Length: 84 minutes
Release Date: November 2, 2012
Director: Barry Levinson
We see a lot of horror movies that deal with Mother Nature rearing her ugly head, but "The Bay" focuses on what happens when human beings screw with ecology.
Donna is quite possibly the worst reporter on the face of the earth. Sent to a small New England town to do a story on its Fourth of July celebration, she's filming the downtown celebration when she hears a report of a domestic abuse situation turned murder. Grabbing her camera man, she starts her report on the scene only to learn that what's happening goes beyond a simple murder.
One by one, other people in town start dying of mysterious circumstances, and even more residents find themselves going to the hospital to seek help. They notice weird rashes popping up and other symptoms plaguing them. The main doctor in town does what he can, but he also sends footage to the CDC in hopes of getting help. "The Bay" also tells us that this true story was covered up by the government and that all footage left is what we see in the film. Everything might be connected to the fish that started turning up dead in the local water source, which just so happens to be what most people in town drink.
"The Bay" is one of the few found footage films of recent years that I actually enjoyed. Instead of using a single camera to show the action, the director does a smart job of introducing other camera types and views. We might see one scene from the camera attached to a police car, another scene shot with surveillance footage, and another camera from inside the hospital. Plus we have our trusty report with her powerful camera. We even get a few scenes from characters sending video messages with their cell phones or filming footage from their computers.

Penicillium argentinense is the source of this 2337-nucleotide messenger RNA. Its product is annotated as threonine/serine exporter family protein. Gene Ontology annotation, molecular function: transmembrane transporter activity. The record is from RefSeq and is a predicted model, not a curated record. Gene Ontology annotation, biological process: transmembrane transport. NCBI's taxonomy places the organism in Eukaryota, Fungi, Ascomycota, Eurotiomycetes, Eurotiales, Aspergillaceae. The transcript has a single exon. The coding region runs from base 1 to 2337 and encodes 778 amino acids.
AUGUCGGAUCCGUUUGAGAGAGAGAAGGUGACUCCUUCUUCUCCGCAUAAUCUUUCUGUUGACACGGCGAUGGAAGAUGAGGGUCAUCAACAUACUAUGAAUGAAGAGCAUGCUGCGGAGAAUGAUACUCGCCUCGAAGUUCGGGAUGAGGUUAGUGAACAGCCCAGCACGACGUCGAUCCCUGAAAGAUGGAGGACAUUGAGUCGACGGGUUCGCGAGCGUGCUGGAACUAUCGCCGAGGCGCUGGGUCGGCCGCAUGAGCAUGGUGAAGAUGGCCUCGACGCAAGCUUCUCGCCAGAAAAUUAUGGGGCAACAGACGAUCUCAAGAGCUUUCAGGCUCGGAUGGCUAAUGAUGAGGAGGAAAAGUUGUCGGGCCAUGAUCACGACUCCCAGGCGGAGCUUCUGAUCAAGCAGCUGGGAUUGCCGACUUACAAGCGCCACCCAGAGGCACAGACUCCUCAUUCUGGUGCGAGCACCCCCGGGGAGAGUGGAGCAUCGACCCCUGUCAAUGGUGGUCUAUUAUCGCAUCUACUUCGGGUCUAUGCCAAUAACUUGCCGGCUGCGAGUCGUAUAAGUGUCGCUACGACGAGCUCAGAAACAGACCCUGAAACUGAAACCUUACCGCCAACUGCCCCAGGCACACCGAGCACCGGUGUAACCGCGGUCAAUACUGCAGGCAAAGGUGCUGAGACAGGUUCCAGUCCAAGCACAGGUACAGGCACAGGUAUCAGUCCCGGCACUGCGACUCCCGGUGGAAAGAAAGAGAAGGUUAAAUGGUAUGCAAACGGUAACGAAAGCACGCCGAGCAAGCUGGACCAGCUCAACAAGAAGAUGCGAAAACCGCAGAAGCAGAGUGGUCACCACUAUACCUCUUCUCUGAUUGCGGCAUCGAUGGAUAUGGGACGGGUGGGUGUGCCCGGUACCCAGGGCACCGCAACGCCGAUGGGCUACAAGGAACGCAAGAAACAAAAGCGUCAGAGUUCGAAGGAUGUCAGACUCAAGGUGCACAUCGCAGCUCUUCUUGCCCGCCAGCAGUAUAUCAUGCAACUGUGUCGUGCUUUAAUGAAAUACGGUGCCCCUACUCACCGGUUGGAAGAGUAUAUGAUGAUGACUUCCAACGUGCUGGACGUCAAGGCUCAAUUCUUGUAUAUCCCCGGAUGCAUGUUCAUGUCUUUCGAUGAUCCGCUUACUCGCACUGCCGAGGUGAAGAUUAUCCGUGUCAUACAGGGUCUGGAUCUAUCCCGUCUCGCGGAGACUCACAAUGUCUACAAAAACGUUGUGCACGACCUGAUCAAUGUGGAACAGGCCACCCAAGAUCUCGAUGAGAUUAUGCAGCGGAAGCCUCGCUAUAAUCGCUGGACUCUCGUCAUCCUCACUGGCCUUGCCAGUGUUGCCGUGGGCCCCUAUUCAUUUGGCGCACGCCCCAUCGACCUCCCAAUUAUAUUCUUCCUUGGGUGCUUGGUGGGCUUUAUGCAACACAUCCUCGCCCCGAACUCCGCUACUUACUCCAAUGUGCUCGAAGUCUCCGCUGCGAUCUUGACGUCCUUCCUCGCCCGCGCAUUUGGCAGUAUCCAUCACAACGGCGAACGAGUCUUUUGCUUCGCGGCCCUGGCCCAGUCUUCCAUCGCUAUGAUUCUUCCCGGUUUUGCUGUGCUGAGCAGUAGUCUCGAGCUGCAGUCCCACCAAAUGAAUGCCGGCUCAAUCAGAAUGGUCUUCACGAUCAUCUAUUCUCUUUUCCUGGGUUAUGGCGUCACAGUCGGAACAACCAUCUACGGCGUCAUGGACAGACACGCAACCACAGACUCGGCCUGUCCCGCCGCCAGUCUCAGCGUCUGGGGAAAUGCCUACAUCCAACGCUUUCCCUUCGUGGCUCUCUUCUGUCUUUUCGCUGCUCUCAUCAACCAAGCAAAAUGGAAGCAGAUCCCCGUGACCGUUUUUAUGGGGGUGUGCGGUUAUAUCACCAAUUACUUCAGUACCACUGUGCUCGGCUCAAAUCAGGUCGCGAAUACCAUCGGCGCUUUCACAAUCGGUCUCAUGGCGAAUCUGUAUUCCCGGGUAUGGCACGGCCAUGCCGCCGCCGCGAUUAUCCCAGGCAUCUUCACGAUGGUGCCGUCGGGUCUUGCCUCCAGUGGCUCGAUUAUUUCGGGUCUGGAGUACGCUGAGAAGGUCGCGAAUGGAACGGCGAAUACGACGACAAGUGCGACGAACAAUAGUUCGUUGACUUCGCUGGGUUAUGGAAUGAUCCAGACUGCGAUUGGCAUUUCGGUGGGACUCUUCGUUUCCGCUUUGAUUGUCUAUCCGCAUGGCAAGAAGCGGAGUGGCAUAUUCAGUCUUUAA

Some of the early reviews I read whined and complained about how "The Bay" was Levinson's pet project and spent too much time talking about how people should take care of the environment. Those reviews basically said that this was an ecological horror movie that focused on what will happen if we keep screwing up the environment. Those moments are in the film, but there are so many other great moments that I barely paid attention to the greater message.
"The Bay" never shies away from the action. We see some of the goriest things I've seen in recent years, and the camera is always there when something happens. The main issue that I had with the film was the character of Donna. The film sets it up that she's a new reporter, or possibly an intern, and this is her big break. All that really does is give her an excuse to act like a novice. Between her whining and crying, I just wanted her to go away. The moments where she doesn't appear and the film focuses on other characters are far better than the scenes where she's on film.
Not everyone with enjoy "The Bay," but it is a solid film. It had just the right amount of gore and an interesting story, which kept me entertained for much of the runtime.